As was already said, the aforementioned embodiment is particularly suited for arrays of actuators. In a further adaptation to the previously mentioned embodiment of an actuator array with an external control module and local drivers, the local drivers comprise a switch—preferably a thin-film transistor—that is controlled by an address line and that connects the stationary electrode unit (or, less favorably, the flexible electrode unit) of the associated actuator to a data line. Activating the address line will then select the linked local drivers and connect them to the associated data lines on which desired signals, e.g. the given final voltage of the aforementioned embodiment, are supplied.
In another particular realization of a charge/voltage controlled intermediate state, the control system is adapted to transfer a given amount of charge to the actuator. Again, the “transfer of an amount of charge to the actuator” shall be a short notation for what is actually the transfer of said amount of charge to the flexible electrode unit or to the stationary electrode unit (as was already explained above, the flexible and the stationary electrode unit form a capacitor, so that there is typically no net charge transfer to the actuator as a whole, but only a net transfer from one of its electrodes to the other). Being able to control the amount of charge that is transferred to the actuator provides a simple and direct means for controlling the mechanical state of said actuator, as this is uniquely related to the charge difference between the flexible and the stationary electrode units.
The aforementioned embodiment is again preferably applied to whole arrays of actuators. In the array design with an external control module and local drivers, the local drivers will then preferably comprise a (constant) current source for charging the actuator during a predetermined loading time with a predetermined loading current. The loading time and the loading current will in this case provide suitable and simple control parameters for determining the amount of transferred charge. The current source can of course also be used in a general design of a control system for at least one actuator.
In a preferred realization of the aforementioned embodiment, the current source is a (e.g. thin-film) transistor that is connected with its gate to a data line, with its source to an address line, and with its drain to the stationary electrode unit (or, less favorably, to the flexible electrode unit). When the voltage on the address line is chosen such that the transistor is in its saturated mode, it will operate as a current source, and the voltage on the data line can simply be a digital pulse that controls the duration (loading time) of current flow. Alternatively, the voltage on the data line can be an analogue pulse that controls the magnitude and (optionally) duration (loading time) of current flow.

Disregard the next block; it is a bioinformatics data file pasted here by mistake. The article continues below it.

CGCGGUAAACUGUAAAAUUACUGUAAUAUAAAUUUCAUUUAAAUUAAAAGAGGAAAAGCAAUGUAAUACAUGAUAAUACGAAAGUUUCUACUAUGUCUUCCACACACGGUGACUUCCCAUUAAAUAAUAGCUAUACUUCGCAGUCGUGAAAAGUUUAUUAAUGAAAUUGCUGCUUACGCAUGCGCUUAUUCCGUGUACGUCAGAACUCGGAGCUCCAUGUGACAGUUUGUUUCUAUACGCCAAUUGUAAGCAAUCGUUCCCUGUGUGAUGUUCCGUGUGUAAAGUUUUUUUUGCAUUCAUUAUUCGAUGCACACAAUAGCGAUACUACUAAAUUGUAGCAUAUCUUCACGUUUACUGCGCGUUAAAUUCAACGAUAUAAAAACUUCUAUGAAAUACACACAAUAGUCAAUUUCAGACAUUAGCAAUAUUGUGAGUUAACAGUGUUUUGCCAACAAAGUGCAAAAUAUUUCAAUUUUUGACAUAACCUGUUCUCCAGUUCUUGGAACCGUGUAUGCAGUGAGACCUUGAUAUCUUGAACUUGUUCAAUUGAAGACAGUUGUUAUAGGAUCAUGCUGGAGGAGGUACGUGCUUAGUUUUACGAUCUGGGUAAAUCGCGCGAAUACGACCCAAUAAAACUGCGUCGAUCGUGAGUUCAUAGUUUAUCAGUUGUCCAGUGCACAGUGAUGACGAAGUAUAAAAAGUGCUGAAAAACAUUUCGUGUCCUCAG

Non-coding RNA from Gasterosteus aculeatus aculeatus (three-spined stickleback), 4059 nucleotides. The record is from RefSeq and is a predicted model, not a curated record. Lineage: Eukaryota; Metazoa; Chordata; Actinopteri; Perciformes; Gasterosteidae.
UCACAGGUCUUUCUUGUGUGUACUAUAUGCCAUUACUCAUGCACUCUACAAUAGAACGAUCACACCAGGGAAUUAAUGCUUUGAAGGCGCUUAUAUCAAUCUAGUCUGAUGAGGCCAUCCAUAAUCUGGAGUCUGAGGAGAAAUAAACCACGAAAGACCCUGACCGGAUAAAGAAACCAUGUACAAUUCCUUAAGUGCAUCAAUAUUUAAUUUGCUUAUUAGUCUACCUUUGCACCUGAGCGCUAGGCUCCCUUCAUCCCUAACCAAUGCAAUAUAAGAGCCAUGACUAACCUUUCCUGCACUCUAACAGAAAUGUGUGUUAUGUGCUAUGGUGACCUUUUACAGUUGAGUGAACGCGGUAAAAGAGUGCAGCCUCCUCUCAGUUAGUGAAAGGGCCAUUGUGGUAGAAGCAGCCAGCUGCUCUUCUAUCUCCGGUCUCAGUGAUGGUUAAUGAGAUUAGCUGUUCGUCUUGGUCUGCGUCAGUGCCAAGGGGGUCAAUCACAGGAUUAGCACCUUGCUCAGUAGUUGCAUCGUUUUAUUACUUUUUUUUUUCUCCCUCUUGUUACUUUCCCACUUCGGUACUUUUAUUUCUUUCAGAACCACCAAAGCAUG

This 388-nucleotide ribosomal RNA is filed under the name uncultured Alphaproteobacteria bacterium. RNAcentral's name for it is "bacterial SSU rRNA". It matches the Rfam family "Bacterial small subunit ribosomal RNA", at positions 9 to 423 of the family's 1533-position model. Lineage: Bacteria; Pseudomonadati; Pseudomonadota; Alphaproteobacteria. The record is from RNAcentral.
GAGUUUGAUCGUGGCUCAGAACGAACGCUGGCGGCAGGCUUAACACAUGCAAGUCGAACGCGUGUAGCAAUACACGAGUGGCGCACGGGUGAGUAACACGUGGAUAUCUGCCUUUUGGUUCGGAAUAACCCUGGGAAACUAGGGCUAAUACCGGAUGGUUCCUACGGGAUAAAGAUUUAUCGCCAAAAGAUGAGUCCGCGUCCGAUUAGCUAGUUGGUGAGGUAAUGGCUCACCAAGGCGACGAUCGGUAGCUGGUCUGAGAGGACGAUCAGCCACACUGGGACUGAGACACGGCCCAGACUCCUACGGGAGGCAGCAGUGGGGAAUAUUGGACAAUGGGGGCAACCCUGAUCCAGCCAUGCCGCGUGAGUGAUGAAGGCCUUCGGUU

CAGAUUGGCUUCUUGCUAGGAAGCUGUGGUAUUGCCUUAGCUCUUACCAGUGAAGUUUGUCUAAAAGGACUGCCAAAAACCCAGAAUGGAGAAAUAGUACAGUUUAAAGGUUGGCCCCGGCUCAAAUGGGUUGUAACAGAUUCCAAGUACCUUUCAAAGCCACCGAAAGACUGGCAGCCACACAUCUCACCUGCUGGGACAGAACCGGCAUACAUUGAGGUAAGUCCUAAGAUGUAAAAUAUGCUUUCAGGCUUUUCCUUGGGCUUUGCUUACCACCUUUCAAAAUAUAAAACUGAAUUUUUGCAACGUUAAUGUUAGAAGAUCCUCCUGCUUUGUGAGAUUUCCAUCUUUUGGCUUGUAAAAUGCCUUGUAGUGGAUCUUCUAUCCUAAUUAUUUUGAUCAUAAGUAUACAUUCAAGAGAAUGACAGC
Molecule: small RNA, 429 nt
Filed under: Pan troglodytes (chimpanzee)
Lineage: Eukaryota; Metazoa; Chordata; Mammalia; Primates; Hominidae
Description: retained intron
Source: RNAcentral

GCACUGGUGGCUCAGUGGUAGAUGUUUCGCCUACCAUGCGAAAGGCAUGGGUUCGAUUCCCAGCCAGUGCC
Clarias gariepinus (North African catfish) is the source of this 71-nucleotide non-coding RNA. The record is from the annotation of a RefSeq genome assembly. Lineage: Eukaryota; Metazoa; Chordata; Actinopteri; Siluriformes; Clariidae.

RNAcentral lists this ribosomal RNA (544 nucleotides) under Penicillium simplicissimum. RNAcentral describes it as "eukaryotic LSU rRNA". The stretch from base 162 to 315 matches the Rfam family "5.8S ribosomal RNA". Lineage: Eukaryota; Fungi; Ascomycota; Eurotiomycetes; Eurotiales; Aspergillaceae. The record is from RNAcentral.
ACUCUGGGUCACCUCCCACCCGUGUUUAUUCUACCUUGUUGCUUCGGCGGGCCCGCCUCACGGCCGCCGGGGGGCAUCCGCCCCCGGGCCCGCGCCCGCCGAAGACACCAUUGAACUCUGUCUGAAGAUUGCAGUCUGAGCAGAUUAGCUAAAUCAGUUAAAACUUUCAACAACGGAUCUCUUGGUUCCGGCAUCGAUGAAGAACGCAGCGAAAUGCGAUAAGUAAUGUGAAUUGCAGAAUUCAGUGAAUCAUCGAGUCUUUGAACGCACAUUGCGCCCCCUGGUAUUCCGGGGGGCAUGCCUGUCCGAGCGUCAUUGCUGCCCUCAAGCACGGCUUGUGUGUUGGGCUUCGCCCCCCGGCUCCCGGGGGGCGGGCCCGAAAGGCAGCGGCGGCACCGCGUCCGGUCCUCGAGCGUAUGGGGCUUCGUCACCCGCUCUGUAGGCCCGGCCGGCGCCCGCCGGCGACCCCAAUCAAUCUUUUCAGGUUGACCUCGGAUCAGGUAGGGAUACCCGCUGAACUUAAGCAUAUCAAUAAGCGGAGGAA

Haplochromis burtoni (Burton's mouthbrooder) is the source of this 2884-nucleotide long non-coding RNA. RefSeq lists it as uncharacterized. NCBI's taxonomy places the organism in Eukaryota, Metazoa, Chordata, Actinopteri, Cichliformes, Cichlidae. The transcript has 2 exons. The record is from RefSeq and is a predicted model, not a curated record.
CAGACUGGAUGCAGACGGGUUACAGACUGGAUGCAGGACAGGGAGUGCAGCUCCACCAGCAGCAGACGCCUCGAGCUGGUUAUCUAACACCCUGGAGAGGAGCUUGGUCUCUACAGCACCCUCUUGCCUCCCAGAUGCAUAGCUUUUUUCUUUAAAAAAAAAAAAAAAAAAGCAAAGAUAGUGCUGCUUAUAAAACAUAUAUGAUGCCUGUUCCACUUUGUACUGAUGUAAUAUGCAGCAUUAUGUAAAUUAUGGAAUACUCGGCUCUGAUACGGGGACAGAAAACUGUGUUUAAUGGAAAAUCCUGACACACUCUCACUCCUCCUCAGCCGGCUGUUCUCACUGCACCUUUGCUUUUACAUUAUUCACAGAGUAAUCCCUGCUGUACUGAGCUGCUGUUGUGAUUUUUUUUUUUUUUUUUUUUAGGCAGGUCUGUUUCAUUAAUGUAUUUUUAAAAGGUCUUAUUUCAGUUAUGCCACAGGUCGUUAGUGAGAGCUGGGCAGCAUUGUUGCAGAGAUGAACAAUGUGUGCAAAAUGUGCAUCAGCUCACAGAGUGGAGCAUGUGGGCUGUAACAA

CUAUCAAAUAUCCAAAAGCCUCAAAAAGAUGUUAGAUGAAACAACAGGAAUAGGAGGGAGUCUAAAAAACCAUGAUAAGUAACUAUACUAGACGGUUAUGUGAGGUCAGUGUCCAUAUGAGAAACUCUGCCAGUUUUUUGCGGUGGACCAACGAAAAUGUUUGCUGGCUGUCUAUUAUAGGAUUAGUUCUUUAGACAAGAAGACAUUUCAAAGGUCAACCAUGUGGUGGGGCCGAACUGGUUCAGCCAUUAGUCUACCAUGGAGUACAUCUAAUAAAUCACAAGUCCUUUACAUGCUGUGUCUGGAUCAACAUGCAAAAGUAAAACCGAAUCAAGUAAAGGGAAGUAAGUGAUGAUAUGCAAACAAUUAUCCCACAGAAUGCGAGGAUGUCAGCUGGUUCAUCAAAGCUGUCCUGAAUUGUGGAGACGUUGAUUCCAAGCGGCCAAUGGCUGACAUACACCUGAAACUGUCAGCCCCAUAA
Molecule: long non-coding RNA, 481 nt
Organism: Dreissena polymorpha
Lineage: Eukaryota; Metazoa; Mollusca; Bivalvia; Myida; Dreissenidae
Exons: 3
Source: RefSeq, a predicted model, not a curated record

While the previous embodiments provide means for transferring a given amount of charge to the actuator, the desired final rolling state of the actuator can only be achieved in this feedforward control approach if the total amount of charge on the actuator (seen as a capacitor) is known (and not only the amount of charge that is added in the last control step). This issue is addressed in a further embodiment of the invention, in which the control system is adapted to
a) first discharge the flexible electrode unit and the stationary electrode unit, and
b) then transfer an appropriate amount of charge to the actuator.
Discharging the electrode units beforehand is a simple means for establishing well defined starting conditions that enable well-defined, transparent results of the subsequent charge transfer. The “appropriate amount of charge” will typically be directly related to the given final charge difference that shall prevail in the desired final rolling state of the actuator (i.e. the “intermediate state”). It should further be noted that, after discharging the electrode units, the subsequent charge transfer can immediately start without waiting for any slow mechanical rolling reaction of the actuator.
The described discharge procedure can particularly be achieved in the design of the MEMS with an external control module and local drivers, if the local drivers comprise a switch—preferably a thin-film transistor—for selectively short circuiting the flexible electrode unit with the stationary electrode unit. Said switch may optionally be controlled by a dedicated access line connecting it to the external control module or by appropriate circuitry that couples it to neighboring data or address lines. The switch can of course also be used in a general design of a control system for at least one actuator.